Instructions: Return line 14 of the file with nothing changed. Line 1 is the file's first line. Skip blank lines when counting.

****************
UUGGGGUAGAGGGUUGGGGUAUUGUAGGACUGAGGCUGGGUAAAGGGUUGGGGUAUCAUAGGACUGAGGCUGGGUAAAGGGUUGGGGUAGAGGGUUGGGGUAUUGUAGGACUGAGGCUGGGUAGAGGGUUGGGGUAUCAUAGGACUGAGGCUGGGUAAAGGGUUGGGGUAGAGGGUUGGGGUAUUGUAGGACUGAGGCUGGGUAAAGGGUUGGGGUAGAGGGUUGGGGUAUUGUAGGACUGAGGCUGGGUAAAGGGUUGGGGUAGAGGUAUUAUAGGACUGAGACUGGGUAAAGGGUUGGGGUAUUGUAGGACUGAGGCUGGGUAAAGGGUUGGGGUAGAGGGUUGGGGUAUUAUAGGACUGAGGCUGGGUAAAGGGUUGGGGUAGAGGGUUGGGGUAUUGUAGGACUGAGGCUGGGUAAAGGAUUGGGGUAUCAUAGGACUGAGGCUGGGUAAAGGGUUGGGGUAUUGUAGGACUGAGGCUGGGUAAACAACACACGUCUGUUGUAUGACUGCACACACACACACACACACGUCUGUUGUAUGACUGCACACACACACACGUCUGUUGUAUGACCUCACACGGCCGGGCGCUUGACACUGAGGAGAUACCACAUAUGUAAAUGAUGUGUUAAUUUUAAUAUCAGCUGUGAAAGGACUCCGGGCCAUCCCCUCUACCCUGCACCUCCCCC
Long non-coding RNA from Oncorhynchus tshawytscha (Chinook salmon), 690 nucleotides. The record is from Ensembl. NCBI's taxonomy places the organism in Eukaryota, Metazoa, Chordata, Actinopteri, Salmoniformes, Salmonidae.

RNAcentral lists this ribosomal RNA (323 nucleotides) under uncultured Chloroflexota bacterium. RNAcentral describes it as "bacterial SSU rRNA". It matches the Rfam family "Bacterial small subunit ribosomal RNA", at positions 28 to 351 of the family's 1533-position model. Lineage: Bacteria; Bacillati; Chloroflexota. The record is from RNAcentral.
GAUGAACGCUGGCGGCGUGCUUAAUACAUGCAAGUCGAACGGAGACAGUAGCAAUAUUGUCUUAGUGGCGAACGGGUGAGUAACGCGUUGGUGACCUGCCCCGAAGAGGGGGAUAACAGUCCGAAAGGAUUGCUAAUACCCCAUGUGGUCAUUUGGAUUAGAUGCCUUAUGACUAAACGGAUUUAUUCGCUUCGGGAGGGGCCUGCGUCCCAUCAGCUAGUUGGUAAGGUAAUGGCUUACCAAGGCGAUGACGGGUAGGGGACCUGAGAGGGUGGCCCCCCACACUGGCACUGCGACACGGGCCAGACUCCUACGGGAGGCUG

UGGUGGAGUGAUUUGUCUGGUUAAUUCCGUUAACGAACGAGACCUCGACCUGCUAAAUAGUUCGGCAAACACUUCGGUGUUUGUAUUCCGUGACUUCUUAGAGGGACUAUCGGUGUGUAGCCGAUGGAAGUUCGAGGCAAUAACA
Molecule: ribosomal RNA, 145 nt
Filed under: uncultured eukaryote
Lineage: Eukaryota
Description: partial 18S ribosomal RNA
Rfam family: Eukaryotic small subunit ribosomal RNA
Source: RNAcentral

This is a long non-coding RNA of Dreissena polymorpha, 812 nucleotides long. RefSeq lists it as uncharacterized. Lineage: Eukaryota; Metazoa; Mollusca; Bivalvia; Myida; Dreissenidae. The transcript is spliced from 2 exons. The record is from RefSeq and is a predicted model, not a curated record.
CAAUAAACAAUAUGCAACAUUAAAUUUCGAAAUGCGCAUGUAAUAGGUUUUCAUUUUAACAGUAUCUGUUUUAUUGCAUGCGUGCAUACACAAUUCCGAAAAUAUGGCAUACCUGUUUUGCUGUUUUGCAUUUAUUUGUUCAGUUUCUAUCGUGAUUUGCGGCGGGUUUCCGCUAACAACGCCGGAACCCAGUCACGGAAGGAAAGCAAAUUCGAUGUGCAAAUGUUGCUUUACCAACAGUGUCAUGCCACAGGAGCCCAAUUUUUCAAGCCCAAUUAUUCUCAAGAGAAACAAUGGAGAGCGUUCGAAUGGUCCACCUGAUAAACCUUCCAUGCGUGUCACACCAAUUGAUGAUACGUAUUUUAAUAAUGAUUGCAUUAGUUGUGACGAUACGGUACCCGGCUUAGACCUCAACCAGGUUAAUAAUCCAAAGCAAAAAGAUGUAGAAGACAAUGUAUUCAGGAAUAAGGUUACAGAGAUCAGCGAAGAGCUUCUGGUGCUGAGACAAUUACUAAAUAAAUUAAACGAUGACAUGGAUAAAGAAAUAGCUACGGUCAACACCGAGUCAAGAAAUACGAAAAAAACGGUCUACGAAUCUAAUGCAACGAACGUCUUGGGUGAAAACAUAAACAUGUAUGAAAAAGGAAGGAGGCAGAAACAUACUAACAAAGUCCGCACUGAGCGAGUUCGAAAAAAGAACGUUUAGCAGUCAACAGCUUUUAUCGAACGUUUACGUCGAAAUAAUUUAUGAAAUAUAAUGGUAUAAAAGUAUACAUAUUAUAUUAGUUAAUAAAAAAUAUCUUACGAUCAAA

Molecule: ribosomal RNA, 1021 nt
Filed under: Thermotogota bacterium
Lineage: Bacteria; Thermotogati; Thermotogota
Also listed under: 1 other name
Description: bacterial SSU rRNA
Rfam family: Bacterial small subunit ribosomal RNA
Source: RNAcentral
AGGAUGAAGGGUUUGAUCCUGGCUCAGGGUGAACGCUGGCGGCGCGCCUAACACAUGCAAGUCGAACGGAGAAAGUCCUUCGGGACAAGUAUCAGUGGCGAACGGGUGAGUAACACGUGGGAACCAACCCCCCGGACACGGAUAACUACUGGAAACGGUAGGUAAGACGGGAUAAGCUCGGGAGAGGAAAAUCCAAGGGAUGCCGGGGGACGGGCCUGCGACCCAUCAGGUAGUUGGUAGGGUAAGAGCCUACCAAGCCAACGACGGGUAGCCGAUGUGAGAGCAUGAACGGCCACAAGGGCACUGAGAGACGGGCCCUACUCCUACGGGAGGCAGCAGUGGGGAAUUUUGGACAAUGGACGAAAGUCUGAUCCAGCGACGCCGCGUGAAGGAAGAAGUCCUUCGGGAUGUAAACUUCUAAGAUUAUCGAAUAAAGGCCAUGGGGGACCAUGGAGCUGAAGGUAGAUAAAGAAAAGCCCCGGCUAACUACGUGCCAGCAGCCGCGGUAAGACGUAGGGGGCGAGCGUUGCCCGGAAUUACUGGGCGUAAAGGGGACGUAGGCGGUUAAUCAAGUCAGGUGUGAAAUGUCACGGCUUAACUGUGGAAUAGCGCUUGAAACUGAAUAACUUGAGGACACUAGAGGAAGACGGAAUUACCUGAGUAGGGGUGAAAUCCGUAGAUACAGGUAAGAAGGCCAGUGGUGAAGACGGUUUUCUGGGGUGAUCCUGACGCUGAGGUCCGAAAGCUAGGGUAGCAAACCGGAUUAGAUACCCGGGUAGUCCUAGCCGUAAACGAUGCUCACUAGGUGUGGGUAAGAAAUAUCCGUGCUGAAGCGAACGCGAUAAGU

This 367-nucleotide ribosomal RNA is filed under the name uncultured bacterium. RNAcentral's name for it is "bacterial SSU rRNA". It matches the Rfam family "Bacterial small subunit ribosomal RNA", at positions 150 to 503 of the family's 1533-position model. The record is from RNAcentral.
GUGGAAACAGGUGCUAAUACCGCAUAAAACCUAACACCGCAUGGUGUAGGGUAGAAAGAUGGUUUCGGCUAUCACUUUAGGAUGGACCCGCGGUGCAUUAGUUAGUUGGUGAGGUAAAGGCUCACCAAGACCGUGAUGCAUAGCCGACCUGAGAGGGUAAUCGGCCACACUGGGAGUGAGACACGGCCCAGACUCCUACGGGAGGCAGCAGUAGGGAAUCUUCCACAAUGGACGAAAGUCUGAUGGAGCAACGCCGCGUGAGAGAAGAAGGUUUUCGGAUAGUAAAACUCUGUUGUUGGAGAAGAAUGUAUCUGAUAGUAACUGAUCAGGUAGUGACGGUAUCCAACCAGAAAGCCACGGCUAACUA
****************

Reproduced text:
Molecule: ribosomal RNA, 1021 nt